Indonesia Quake Ranks Among World's Largest
Here is the list of the world's 10 biggest earthquakes according to the U.S. Geological Survey:
- 1960: Chile - M 9.5
- 1964: Prince William Sound, Alaska - M 9.2
- 2004: Sumatra-Andaman Islands - M 9.1
- 2011: Near the East Coast of Honshu, Japan - M 9.0
- 1952: Kamchatka - M 9.0
- 1868: Arica, Peru (now Chile) - M 9.0
- 1700: Cascadia Subduction Zone - M 9.0
- 2010: Offshore Bio-Bio, Chile - M 8.8
- 1906: Off the Coast of Esmeraldas, Ecuador - M 8.8
- 1965: Rat Islands, Alaska - M 8.7
- Wednesday's quake was at roughly the same depth as the 2004 Indian Ocean quake. It reportedly rattled buildings as far away as Singapore, Thailand, and India.
Officials have canceled a tsunami watch in the Indian Ocean region, hours after an 8.6-magnitude earthquake struck off the northwestern coast of Indonesia.
The quake hit Wednesday about 430 kilometers southwest of Banda Aceh, the provincial capital and largest city in the province of Aceh, at an estimated depth of 22 kilometers. An 8.2-magnitude aftershock was reported by the U.S. Geological Survey about two hours after the initial earthquake.
The U.S. Pacific Tsunami Warning Center originally issued a tsunami watch for several countries in the region after the quake. But it says local authorities can now assume the threat has passed since sea level readings indicate the danger has diminished or is over for most areas.
A seismology expert said the earthquake's movement was horizontal rather than vertical, creating less risk of a large displacement of water needed to trigger a tsunami.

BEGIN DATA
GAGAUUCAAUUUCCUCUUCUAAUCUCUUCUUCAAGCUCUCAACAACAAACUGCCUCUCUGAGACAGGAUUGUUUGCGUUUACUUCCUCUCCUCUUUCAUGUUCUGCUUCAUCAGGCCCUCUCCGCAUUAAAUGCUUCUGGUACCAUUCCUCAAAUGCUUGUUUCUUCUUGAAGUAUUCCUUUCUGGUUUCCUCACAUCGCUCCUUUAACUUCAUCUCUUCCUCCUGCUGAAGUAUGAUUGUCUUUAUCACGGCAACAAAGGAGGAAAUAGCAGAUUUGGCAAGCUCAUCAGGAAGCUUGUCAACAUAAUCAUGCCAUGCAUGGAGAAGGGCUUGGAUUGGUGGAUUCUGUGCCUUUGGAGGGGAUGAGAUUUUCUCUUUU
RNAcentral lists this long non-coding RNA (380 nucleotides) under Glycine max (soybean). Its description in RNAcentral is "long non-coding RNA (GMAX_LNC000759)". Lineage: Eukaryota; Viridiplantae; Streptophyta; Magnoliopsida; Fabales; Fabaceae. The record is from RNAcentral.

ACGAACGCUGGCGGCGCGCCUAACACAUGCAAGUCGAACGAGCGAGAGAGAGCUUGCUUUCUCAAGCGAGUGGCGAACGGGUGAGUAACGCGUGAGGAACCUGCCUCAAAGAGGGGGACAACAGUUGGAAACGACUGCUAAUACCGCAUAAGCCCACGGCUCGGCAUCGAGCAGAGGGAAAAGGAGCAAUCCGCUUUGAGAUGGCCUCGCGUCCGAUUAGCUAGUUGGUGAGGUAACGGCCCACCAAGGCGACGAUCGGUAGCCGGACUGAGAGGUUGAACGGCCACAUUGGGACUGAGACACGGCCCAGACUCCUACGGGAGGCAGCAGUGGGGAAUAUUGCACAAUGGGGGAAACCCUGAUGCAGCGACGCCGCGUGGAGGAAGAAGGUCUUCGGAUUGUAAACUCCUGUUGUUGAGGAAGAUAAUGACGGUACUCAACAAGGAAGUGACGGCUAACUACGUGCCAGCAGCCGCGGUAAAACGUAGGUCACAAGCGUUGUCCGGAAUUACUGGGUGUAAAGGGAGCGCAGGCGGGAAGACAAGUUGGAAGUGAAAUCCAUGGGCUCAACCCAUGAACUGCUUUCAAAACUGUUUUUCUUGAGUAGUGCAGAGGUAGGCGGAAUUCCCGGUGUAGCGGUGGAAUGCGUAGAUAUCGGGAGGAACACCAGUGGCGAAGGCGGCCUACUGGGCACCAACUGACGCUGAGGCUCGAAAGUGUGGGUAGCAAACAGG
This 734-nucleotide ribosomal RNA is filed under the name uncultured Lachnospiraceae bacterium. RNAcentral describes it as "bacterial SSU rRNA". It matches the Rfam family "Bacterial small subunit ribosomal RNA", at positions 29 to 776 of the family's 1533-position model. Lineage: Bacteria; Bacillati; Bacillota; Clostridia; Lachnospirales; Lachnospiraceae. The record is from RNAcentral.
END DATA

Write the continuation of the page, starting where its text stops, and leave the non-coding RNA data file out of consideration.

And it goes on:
People on motorcycles rush to higher ground after earthquake in Aceh, Indonesia, April 11, 2012. (VOA Photo - Budi Nahaba)
Indonesian President Susilo Bambang Yudhoyono said the situation is "under control" in Aceh and there is no immediate threat from a tsunami.
No casualties have been reported so far from the quake, which sent citizens in Aceh scurrying out of buildings and into the crowded streets.
Aceh was the worst-effected area by the December 2004 Indian Ocean tsunami that was triggered by a 9.1-magnitude quake. That tsunami killed an estimated 230,000 people, about half of them in Aceh province.
Preacher Salman Iqbal leads post-earthquake prayer in Ulee Kareng, Banda Aceh, April 11, 2012. (VOA Photo - Budi Nahaba)
Sutopo Nugroho from Indonesia's National Disaster Agency says the country's warning system has improved since then. “The early warning system in Aceh and Padang and west of coast of Sumatra is already well done, and we have already give(n) instruction to mosques and church(es) to give information to the people," he said.
Video footage from Indonesia
Wednesday's quake was at approximately the same depth as the 2004 Indian Ocean quake. It reportedly rattled buildings as far away as Singapore, Thailand, and India. Officials issued coastal evacuation orders throughout the region, and authorities scrambled to evacuate beaches.
Somchai, the general manager of the Centara Beach Resort on Karon Beach in Phuket, Thailand, told VOA that while government sirens came late, his resort was prepared.
"We directly called the guests to the room. For all of them. And we put the warning alarm so they can hear everywhere in the hotel. And now our guests, most of them, [have] come up to the meeting point," Somchai said.
If early projections do not change, Wednesday's quake would be tied for the ninth largest since 1900.
The massive quake that devastated coastal northeastern Japan last year was a magnitude 9.0 and killed around 19,000 people.